Some day soon (very soon, I hope), there will be a designated space set aside in restaurants, airports and other public places for those who just cannot survive without their cellphone phix. It took a long time for this to happen for smokers, but it finally did, once the realities of cigarette smoking could no longer be swept under the carpet.
We’re all still having too much phun with our phones to be bothered about health issues, and it’s going to take a phundamental shift in awareness or a very nasty collective wake-up call for this to change. But it’s not just about the harmful ephects of cellphone radiation; it’s about the respect, human connection and emotional presence that are being compromised in favour of being ‘connected’ to some person, in some place, about some thing other than what’s right in front of you. It’s a contagion of phragmentation that will have many more repercussions than losing a friend, not digesting your meal or missing a beautiful sunset.
Our electronic gadgets have also swept us up into a multi-tasking phrenzy. Our brains are not designed for this degree of processing, and multi-tasking not only reduces our productivity, our phocus and our problem-solving abilities; it also permanently damages our brain and makes us less smart. (Look up multi-tasking on the Internet to see just how damaging it is, but try not to do it when you’re in the middle of doing something else.)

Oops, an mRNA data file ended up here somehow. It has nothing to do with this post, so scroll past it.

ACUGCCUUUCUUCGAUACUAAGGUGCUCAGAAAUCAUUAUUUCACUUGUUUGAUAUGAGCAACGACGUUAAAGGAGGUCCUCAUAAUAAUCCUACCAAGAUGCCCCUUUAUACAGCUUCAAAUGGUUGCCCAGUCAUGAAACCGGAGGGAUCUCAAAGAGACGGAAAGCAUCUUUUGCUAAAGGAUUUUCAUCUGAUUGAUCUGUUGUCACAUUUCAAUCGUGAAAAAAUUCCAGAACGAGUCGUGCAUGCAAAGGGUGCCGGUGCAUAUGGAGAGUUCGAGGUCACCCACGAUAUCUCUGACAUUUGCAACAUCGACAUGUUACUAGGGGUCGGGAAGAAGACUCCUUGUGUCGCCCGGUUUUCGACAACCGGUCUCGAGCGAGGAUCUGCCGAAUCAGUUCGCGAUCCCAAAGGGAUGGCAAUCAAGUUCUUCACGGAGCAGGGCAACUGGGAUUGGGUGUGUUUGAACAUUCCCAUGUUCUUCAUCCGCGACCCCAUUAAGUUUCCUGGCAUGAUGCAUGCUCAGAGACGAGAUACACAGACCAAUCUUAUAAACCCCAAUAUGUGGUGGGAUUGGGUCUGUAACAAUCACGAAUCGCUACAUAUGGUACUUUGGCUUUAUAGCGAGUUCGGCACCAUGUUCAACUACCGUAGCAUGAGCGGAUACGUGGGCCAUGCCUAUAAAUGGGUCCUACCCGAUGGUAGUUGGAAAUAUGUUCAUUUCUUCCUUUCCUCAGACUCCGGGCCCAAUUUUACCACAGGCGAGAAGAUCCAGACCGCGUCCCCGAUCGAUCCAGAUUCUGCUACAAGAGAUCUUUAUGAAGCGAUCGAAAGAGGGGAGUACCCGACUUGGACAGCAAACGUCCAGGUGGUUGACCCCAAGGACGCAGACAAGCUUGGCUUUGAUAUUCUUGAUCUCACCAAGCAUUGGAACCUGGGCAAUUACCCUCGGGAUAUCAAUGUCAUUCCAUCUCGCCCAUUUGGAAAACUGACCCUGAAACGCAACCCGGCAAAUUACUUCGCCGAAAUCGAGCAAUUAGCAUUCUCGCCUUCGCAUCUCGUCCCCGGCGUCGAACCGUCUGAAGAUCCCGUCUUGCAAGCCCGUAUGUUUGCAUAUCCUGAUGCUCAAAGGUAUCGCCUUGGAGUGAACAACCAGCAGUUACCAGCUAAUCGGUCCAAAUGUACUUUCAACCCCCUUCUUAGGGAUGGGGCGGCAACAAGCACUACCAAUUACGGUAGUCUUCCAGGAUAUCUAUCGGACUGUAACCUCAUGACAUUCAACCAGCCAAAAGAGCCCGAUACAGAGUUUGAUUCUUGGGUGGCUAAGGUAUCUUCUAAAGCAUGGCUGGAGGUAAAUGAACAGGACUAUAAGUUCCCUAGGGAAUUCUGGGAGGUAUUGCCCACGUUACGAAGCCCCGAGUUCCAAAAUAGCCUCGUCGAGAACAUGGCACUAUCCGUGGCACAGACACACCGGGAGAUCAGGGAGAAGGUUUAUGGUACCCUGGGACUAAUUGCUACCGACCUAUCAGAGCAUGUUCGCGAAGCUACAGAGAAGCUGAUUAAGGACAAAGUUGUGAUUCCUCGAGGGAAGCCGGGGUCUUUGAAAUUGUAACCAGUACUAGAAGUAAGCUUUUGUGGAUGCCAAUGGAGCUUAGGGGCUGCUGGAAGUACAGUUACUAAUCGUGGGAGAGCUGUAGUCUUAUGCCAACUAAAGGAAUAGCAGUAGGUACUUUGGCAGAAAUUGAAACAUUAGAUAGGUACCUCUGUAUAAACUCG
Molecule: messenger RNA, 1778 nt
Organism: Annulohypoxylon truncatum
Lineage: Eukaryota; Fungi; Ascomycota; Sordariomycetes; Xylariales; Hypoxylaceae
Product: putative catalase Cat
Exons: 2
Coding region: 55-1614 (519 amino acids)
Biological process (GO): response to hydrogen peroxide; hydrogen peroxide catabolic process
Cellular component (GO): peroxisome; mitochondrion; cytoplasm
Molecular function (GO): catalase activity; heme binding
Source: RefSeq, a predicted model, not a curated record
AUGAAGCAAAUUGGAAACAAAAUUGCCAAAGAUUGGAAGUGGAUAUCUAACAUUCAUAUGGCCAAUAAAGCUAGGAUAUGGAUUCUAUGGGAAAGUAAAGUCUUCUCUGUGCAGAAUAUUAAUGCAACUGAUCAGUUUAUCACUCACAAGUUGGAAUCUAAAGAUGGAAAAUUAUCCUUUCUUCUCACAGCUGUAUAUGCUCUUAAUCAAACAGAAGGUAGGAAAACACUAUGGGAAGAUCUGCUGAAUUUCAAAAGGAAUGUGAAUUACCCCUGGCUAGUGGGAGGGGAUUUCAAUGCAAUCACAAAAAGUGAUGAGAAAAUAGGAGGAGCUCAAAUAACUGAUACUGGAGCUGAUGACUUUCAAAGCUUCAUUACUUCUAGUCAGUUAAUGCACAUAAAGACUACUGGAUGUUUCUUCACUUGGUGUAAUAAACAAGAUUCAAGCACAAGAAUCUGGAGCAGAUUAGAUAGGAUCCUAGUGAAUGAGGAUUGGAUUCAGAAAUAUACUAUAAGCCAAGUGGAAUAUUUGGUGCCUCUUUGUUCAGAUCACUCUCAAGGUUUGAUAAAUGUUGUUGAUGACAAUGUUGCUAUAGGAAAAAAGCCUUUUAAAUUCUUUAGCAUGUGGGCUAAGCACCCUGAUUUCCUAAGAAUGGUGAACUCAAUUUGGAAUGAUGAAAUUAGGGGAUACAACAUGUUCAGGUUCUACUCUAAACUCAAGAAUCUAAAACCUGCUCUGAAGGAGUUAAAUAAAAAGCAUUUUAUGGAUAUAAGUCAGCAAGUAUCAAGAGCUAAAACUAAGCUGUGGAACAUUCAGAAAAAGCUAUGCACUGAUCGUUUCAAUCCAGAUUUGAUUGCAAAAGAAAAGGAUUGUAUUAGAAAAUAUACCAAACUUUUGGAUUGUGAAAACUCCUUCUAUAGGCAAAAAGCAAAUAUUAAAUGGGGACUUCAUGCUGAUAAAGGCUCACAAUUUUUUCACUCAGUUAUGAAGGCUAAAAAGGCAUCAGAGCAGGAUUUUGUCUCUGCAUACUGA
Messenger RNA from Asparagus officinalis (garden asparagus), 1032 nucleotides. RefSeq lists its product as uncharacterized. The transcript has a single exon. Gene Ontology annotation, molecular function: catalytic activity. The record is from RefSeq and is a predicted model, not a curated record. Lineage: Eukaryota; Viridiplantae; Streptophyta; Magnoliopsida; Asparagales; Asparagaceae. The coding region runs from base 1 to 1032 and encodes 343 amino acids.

For now, there seems to be no escape from the cellphone inphestation. Yesterday, I saw two young people sitting on the beach on a stunning summer’s day, heads together, talking intimately. As I got closer, though, I realized that they were both on their phones, texting pheverishly, ignoring each other, the eagle flying overhead, the beautiful clear water, and the antics of the one-year-old playing in the sand. (Unbeknownst to that little fella, he only has about another year left, before being directly hooked up to the source of the pandemic, although his thin little skull is already being bombarded by harmful radio waves from all sides.)
I hardly ever use my phone, but that doesn’t make much difference if you’re still using yours—beside me on the bus, beside me in the cinema, beside me in the restaurant, and beside me in every single café in town. If I went up to you in the restaurant, pulled back my hair and said, “Look. See this scar? This is from brain surgery to remove a tumour due to electromagnetic radiation“, would it change anything? I doubt it. You’d probably be annoyed that I’d interrupted you when you were trying to send a very important text. Besides, that kind of thing only happens to other people, right? Like lung cancer. Phunny. I used to think like that too.
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